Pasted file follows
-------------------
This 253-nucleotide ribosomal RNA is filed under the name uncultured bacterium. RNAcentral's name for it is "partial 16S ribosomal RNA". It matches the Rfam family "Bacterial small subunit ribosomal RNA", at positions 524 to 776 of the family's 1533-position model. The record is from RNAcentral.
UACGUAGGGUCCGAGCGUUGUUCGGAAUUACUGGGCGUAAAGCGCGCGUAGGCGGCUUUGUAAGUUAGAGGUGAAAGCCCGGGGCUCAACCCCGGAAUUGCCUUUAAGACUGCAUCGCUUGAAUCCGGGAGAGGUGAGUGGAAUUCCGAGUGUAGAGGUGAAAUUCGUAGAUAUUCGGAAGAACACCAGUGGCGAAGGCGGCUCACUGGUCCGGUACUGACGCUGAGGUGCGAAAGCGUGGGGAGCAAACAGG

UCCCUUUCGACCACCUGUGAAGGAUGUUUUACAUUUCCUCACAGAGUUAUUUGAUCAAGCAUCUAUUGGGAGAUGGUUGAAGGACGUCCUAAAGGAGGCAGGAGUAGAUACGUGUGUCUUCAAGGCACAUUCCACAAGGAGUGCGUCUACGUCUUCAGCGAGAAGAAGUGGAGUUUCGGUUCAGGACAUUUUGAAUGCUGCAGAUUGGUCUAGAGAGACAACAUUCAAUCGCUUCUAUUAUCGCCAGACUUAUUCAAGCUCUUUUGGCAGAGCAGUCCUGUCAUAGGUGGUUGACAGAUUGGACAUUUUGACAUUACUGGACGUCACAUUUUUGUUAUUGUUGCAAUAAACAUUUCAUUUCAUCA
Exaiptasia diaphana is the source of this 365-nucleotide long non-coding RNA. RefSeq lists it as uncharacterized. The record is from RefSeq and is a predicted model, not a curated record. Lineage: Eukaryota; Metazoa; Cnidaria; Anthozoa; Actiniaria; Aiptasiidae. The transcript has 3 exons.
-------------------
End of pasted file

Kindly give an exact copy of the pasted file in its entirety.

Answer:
This 253-nucleotide ribosomal RNA is filed under the name uncultured bacterium. RNAcentral's name for it is "partial 16S ribosomal RNA". It matches the Rfam family "Bacterial small subunit ribosomal RNA", at positions 524 to 776 of the family's 1533-position model. The record is from RNAcentral.
UACGUAGGGUCCGAGCGUUGUUCGGAAUUACUGGGCGUAAAGCGCGCGUAGGCGGCUUUGUAAGUUAGAGGUGAAAGCCCGGGGCUCAACCCCGGAAUUGCCUUUAAGACUGCAUCGCUUGAAUCCGGGAGAGGUGAGUGGAAUUCCGAGUGUAGAGGUGAAAUUCGUAGAUAUUCGGAAGAACACCAGUGGCGAAGGCGGCUCACUGGUCCGGUACUGACGCUGAGGUGCGAAAGCGUGGGGAGCAAACAGG

UCCCUUUCGACCACCUGUGAAGGAUGUUUUACAUUUCCUCACAGAGUUAUUUGAUCAAGCAUCUAUUGGGAGAUGGUUGAAGGACGUCCUAAAGGAGGCAGGAGUAGAUACGUGUGUCUUCAAGGCACAUUCCACAAGGAGUGCGUCUACGUCUUCAGCGAGAAGAAGUGGAGUUUCGGUUCAGGACAUUUUGAAUGCUGCAGAUUGGUCUAGAGAGACAACAUUCAAUCGCUUCUAUUAUCGCCAGACUUAUUCAAGCUCUUUUGGCAGAGCAGUCCUGUCAUAGGUGGUUGACAGAUUGGACAUUUUGACAUUACUGGACGUCACAUUUUUGUUAUUGUUGCAAUAAACAUUUCAUUUCAUCA
Exaiptasia diaphana is the source of this 365-nucleotide long non-coding RNA. RefSeq lists it as uncharacterized. The record is from RefSeq and is a predicted model, not a curated record. Lineage: Eukaryota; Metazoa; Cnidaria; Anthozoa; Actiniaria; Aiptasiidae. The transcript has 3 exons.